THE BIG PITCH: How can Yahoo! reestablish its credibility in thewake of recent problems?

STEVE MORRISON, Director of Corporate Programs, Phase Two


It will be months before Yahoo!'s new CEO is selected. As the company's

face, voice and vision, that selection is critical. Meanwhile,

Yahoo! has a great brand, 185 million users and smart, talented

employees other than Tim Koogle who built the brand and customer base

Yahoo! may be in the same boat with all the other dot-coms whose

valuations plunged, but it's not the Titanic, and Yahoo! is still riding

in first class. Yahoo!'s PR team must generate proof points that the

company remains healthy and has a great future. It should showcase its

outstanding people and muster its allies. It must guard against circling

the wagons. It must carefully manage the CEO-successor buzz and avoid

creating excessive expectations.

And once the selection is made, it must quickly identify the new CEO's

strengths and vision, show how Yahoo! impacts the world and get the CEO

out there telling the story.

TODD DEFREN, Managing Director, Sterling Hager

Yahoo!'s business options are more clear-cut than its PR options.

Pundits have suggested business strategies from the simplistic, 'Make a


Period.' to the intriguing, M&A. Either of these suggested strategies

would help Yahoo! in its PR dilemma, but neither is imminent. Meanwhile

it's critical that Yahoo! - a bellwether stock for the Internet - shore

up its reputation. So, what should the company do? Fire Yang & Filo.

They deserve both kudos and walking papers. Hire a business-and-media

savvy, 'doer'-style CEO like Gemstar's Henry Yuen. Focus on

fundamentals, like the darned search engine, and cut away

under-performing/noncore units.

Then, Yahoo! should unabashedly hype its back-to-basics approach: the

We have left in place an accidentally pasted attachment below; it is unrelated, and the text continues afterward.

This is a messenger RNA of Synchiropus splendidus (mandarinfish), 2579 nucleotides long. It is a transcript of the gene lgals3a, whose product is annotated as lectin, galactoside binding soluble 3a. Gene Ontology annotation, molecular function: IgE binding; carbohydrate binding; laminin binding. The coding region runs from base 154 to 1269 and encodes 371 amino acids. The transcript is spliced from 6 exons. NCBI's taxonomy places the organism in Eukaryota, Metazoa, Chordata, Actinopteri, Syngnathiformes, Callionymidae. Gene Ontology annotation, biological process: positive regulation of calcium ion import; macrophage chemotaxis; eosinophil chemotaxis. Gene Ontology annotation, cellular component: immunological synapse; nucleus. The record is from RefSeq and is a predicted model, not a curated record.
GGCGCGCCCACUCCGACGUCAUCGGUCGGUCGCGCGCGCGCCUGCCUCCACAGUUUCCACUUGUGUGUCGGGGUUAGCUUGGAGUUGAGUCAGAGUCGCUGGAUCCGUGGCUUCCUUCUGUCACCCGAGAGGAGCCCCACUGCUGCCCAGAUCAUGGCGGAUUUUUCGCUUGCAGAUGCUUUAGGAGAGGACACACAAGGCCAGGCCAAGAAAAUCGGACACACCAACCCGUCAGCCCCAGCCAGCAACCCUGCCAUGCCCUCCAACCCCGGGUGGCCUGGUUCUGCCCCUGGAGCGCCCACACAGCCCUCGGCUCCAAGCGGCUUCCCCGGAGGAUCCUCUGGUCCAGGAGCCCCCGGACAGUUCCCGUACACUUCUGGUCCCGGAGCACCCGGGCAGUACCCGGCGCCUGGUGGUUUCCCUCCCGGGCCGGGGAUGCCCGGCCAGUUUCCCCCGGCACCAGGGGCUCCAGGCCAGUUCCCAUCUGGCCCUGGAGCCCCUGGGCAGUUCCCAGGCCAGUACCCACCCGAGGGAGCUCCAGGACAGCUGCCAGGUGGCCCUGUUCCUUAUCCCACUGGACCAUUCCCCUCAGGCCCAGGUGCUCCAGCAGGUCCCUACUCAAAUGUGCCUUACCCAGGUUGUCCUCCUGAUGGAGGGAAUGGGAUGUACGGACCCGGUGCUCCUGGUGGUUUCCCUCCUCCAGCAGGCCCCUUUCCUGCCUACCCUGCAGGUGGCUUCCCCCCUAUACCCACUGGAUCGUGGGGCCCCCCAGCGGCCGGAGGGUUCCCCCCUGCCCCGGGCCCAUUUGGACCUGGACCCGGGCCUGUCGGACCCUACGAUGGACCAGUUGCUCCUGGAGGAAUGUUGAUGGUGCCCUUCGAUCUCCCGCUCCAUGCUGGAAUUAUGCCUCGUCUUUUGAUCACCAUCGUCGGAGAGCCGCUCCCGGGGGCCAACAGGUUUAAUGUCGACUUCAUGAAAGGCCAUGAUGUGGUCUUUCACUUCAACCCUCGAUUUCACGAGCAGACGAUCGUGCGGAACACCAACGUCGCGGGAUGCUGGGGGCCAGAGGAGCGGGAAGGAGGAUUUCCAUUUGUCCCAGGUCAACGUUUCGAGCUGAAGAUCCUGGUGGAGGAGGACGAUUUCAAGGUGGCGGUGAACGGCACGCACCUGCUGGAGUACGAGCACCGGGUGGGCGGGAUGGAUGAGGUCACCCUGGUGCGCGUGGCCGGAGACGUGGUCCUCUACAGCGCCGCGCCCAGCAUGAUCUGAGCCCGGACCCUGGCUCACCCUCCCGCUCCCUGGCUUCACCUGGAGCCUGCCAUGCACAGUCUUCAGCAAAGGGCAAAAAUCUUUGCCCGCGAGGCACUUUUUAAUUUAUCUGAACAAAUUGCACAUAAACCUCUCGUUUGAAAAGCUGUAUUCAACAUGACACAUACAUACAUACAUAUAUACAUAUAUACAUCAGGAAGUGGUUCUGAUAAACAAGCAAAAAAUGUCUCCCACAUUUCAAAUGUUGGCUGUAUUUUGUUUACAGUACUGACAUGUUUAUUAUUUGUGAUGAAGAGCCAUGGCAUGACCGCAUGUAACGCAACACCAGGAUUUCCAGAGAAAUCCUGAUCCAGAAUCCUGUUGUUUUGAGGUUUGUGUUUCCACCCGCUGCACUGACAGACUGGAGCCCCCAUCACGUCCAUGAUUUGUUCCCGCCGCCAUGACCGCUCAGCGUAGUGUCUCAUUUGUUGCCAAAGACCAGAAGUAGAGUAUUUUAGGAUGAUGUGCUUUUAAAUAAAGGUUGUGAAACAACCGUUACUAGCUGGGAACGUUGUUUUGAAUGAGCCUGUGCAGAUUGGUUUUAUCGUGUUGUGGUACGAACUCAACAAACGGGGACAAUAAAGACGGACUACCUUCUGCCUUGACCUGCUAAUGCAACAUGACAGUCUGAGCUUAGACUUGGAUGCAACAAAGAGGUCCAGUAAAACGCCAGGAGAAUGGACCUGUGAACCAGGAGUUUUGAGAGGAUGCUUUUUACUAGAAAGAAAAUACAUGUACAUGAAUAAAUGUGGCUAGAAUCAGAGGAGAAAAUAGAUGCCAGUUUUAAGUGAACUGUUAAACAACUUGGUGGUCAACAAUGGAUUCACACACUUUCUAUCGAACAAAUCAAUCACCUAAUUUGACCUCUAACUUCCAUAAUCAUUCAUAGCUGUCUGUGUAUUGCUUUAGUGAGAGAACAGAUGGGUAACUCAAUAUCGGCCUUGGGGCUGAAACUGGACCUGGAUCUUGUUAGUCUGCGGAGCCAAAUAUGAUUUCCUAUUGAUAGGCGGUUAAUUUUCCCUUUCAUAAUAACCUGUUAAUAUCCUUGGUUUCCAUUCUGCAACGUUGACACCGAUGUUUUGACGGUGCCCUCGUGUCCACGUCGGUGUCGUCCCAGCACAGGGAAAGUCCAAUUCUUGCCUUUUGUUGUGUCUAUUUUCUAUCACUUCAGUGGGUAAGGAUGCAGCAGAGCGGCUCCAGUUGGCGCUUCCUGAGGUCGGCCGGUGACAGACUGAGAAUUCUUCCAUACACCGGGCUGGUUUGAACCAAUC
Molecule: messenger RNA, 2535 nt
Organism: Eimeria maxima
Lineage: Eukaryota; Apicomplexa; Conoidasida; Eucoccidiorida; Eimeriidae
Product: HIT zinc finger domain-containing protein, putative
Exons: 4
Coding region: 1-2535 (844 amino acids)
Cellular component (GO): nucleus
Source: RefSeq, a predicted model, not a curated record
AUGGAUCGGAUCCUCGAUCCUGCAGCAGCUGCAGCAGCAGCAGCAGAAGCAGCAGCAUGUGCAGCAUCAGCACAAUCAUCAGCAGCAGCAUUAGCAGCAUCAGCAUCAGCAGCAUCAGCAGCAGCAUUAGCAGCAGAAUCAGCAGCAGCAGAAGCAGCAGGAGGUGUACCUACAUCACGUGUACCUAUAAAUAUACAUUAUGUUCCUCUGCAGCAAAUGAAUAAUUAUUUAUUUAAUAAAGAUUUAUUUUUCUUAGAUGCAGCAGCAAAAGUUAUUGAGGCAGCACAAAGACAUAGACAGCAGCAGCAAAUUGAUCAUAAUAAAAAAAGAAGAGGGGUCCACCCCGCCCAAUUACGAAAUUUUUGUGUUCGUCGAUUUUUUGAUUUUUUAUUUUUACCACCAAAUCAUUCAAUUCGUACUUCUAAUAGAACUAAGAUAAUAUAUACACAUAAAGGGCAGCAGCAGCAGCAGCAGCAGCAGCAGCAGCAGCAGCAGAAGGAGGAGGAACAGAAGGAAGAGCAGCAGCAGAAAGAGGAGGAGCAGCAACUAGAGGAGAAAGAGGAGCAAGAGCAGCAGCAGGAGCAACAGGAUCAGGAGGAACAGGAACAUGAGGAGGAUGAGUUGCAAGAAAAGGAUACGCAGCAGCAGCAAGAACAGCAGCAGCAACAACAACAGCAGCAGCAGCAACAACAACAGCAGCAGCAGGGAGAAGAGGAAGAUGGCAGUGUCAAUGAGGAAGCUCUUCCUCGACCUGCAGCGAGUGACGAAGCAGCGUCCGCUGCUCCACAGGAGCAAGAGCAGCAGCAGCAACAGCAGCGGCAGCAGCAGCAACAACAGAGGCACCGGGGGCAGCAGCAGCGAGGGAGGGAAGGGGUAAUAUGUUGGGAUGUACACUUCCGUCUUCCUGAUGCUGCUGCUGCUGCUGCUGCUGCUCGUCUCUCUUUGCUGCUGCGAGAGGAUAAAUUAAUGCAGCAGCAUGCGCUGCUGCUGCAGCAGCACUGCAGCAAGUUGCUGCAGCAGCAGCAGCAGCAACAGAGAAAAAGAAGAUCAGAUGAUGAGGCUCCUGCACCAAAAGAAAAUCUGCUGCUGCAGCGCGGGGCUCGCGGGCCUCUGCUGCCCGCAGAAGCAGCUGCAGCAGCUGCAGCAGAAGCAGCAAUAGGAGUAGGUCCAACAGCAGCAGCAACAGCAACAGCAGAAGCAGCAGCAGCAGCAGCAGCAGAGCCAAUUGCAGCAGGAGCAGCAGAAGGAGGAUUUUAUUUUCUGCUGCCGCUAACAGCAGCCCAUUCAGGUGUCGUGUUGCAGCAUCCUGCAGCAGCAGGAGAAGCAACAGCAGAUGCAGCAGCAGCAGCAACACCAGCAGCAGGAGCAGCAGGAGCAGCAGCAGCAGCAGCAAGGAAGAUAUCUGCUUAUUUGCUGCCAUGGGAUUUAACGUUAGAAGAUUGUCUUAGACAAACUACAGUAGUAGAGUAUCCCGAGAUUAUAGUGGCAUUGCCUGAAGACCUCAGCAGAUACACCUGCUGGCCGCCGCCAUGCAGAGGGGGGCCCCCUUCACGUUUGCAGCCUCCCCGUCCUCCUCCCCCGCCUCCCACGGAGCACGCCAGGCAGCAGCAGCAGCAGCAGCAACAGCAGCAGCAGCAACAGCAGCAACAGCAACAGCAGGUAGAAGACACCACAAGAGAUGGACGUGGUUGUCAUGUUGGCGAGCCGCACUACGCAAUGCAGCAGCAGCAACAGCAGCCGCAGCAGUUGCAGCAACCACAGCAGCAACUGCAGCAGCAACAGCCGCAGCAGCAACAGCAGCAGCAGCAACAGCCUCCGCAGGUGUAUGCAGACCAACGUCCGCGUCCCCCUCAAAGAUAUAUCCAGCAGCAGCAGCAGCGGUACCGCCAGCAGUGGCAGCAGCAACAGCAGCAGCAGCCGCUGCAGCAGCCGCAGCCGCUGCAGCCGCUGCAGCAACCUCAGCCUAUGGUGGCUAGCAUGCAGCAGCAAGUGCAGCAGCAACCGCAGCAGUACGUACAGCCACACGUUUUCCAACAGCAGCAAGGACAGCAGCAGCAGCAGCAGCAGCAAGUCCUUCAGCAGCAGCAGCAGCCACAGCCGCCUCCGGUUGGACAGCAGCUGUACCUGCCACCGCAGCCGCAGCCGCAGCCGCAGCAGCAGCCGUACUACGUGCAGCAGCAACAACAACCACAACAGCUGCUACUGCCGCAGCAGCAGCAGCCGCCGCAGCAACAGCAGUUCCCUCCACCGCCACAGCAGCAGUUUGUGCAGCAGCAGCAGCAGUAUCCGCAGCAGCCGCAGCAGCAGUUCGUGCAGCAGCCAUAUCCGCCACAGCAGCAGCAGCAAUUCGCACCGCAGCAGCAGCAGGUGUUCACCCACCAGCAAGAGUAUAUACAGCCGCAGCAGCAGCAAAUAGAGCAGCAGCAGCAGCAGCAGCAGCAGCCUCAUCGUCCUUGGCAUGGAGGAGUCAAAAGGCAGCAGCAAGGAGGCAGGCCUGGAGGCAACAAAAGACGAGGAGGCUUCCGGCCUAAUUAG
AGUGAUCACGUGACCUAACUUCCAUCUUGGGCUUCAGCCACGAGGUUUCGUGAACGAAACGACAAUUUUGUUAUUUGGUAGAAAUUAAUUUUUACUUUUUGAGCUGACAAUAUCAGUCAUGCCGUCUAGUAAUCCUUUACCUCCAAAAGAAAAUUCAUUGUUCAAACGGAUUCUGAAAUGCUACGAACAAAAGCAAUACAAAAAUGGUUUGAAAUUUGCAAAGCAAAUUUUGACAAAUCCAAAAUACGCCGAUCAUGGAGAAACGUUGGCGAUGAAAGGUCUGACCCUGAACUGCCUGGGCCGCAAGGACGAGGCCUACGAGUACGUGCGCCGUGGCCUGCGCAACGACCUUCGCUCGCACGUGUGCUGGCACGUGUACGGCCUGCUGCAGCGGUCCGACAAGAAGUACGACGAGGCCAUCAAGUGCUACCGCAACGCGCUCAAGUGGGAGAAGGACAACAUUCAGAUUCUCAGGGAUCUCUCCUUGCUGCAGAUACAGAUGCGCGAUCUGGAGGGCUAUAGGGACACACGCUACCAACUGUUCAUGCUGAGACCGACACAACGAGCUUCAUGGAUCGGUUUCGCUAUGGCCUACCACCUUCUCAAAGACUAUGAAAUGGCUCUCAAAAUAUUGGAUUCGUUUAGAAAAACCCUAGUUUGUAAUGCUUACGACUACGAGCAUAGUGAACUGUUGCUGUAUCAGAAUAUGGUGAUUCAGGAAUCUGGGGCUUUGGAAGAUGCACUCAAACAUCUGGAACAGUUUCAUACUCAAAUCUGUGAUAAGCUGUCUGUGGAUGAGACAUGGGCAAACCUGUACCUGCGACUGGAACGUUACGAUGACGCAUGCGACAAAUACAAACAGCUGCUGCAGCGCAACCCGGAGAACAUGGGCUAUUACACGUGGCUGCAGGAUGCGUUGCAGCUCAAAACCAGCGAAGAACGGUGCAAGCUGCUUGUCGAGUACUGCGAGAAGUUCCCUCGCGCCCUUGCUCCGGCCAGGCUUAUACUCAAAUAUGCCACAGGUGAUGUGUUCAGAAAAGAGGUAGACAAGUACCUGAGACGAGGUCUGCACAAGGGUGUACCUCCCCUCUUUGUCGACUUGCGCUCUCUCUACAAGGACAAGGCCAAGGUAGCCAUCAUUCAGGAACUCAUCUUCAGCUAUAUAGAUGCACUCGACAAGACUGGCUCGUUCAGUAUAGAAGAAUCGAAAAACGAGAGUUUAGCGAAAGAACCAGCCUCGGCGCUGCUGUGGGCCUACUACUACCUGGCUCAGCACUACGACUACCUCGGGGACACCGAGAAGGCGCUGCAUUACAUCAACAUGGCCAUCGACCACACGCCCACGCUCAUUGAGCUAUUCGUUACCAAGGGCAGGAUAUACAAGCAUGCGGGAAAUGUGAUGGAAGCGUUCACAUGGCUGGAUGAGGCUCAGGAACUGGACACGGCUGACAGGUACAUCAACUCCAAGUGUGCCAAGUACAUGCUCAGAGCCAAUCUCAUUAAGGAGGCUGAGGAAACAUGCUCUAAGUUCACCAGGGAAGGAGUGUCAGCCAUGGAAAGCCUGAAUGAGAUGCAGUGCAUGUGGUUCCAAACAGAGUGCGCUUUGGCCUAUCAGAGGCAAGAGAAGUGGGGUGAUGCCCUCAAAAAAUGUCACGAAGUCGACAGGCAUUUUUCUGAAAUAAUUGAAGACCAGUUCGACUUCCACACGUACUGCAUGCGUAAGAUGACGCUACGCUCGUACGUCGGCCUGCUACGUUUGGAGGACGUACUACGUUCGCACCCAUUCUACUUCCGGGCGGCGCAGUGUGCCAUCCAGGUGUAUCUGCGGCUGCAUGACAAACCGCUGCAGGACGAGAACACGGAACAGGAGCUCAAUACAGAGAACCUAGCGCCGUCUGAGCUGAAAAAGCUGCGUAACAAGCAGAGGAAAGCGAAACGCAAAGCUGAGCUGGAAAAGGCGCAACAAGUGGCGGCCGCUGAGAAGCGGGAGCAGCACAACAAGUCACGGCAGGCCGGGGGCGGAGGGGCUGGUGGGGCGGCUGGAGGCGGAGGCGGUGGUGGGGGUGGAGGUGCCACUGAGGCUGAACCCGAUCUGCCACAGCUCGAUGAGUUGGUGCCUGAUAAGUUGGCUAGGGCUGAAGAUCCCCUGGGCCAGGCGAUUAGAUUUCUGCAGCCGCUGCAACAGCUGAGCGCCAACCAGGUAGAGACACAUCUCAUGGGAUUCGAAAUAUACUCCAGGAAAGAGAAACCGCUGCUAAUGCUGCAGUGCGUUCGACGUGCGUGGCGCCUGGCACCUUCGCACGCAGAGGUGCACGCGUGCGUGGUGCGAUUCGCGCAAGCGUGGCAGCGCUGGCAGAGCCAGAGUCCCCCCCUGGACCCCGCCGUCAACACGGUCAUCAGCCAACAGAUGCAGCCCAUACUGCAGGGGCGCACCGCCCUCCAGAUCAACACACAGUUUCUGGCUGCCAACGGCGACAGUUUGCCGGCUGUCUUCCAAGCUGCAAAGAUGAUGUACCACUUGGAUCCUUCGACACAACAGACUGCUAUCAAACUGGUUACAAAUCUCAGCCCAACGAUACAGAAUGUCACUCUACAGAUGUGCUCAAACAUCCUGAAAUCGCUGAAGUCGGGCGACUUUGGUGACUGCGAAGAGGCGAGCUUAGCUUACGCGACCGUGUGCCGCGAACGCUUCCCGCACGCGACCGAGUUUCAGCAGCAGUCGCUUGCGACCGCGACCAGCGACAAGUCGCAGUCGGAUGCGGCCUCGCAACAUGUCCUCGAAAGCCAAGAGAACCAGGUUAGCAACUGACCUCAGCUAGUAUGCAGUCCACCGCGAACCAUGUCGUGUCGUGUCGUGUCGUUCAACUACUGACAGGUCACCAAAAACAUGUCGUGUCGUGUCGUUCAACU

poster child for the new economy must warmly embrace the new


STEVE ROSSIE, Public Relations Specialist, Siddall, Matus & Coughter

Yahoo! still has one of the top brand identities in the so-called tech

sector. It still is the leading portal, is content rich and has numerous

attributes on which it can trade. But the misconception is that it is a

'tech' firm. It is a media company. The Web is a medium. AOL knew that,

thus its merger with a conventional media giant to round out its


So Yahoo! needs to reposition itself as a media outlet to increase its

acceptability across a larger spectrum of potential users, advertisers

and content providers. This will enhance revenue streams through

e-commerce, advertising and content partnerships. Being what you truly

are - and increasing your value - is the best form of credibility.


It's unfortunate there is bad news for Yahoo!, but bad news for them

exists in a dot-com fish bowl! We know that honesty and plenty of

communication are the keys to moving forward and reducing further

damage. Management officials must grab an influential reporter and tell

their story about how the company's 'cool' culture conflicted with

building the brand into what it should have - and still can - become: a

mature business! 'It's all changing - Yahoo!

has grown up!' We at RLM hope the company takes its time in seeking a

new CEO. Once she is found, her hire must be carefully publicized, in a

way that reflects the new values, the new economy, the new experiences

at Yahoo! and the new brand concept. A crack PR staff will ensure that

the company aggressively rebrands and gets beyond that 'portal thing,'

while positioning itself as a premier destination, something you

can't-do-without thanks to the foundation on which it was built.

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